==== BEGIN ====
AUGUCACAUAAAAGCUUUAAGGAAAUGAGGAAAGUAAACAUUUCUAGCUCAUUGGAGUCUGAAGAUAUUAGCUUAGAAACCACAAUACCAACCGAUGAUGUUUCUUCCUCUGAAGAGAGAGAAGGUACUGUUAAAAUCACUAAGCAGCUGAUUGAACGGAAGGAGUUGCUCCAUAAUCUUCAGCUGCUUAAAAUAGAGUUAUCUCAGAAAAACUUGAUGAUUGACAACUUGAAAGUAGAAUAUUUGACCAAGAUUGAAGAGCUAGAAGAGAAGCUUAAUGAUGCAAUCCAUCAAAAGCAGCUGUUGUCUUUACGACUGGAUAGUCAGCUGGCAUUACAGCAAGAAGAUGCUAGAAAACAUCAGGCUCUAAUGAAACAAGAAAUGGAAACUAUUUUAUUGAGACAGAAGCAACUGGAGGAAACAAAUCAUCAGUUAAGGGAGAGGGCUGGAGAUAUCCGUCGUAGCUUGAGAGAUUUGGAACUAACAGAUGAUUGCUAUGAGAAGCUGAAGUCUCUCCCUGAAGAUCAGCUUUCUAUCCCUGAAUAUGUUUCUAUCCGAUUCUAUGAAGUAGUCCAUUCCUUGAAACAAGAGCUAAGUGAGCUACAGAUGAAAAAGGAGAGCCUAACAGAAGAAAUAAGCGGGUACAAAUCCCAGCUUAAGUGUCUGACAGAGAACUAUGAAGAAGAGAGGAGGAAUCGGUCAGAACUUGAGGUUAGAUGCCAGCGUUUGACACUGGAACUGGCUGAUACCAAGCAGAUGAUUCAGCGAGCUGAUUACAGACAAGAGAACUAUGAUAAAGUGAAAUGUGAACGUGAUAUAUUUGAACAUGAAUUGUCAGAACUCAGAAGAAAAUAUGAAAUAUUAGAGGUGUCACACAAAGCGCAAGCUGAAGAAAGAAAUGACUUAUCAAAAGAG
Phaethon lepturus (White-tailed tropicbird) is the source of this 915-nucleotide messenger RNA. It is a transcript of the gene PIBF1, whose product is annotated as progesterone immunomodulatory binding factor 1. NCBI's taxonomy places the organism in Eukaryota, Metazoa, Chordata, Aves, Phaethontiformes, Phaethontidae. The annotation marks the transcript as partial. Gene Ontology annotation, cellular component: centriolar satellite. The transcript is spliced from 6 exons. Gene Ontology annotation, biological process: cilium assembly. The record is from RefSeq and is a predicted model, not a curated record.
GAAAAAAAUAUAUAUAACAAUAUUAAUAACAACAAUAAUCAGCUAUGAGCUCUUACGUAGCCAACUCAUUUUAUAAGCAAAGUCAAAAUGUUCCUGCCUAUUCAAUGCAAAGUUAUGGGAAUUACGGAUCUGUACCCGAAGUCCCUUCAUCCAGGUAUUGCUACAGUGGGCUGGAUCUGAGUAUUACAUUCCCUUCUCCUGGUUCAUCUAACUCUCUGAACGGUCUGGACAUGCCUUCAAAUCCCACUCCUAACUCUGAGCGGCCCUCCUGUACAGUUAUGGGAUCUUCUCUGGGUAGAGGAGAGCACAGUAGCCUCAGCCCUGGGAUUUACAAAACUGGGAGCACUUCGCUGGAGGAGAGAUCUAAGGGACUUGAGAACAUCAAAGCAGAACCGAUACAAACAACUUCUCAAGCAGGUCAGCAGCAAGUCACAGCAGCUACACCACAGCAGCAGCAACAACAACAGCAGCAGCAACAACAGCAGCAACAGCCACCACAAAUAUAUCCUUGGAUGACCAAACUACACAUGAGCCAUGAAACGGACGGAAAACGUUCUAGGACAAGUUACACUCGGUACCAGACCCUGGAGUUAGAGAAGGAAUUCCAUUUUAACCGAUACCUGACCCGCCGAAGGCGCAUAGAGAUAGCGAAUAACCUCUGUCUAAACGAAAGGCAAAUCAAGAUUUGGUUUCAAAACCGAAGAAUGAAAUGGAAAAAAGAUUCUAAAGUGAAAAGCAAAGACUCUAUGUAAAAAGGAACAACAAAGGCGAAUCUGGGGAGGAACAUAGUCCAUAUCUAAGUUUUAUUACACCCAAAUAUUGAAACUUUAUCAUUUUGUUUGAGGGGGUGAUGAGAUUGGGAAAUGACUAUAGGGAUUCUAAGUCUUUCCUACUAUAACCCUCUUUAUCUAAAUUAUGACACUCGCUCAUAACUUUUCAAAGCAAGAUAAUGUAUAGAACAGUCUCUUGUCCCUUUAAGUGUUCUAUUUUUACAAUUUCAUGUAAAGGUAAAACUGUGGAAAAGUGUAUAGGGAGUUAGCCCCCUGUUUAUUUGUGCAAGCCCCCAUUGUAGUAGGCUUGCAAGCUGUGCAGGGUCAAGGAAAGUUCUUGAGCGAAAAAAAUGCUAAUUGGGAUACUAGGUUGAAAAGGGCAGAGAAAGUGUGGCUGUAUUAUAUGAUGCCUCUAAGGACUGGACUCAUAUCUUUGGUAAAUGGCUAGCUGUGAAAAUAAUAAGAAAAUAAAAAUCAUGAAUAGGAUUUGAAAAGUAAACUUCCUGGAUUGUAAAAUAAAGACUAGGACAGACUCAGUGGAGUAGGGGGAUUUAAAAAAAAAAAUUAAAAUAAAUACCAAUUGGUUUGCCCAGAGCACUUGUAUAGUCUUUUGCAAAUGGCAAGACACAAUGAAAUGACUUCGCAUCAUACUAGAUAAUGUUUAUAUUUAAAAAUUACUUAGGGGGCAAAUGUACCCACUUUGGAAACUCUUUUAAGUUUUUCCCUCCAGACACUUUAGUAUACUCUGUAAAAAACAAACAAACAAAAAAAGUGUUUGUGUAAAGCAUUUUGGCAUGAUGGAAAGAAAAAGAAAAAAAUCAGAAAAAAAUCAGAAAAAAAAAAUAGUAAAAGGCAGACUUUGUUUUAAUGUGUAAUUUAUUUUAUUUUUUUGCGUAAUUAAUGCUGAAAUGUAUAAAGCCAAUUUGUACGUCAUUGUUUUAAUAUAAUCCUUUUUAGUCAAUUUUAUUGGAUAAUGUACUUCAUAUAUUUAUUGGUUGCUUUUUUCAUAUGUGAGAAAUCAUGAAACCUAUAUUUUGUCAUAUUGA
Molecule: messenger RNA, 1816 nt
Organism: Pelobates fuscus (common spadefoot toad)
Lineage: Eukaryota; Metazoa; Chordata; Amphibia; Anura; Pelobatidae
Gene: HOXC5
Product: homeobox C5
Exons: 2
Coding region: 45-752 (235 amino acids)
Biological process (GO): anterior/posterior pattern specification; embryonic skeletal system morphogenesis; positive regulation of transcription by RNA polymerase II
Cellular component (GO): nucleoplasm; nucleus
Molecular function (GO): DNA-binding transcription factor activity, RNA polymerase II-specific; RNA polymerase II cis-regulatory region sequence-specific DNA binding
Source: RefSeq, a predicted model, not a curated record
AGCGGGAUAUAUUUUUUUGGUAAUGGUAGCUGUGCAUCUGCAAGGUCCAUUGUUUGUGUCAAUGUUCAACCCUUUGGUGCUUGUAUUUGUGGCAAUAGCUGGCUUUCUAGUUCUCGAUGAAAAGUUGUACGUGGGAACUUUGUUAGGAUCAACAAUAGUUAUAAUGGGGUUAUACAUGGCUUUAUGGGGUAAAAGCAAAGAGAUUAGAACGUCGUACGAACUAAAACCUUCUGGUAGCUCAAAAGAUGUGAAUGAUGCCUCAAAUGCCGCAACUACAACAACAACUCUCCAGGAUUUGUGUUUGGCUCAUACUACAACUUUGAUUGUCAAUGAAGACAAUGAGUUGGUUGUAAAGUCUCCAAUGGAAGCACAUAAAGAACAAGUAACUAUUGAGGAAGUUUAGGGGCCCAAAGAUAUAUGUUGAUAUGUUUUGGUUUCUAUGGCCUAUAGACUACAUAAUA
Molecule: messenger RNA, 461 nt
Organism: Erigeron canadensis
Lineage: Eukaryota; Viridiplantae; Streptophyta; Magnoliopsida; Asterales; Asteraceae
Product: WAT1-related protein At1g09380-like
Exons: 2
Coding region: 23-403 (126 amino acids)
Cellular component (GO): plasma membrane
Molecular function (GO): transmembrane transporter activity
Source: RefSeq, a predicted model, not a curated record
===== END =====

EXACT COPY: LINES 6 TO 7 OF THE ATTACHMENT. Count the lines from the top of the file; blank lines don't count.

Lineage: Eukaryota; Metazoa; Chordata; Amphibia; Anura; Pelobatidae
Gene: HOXC5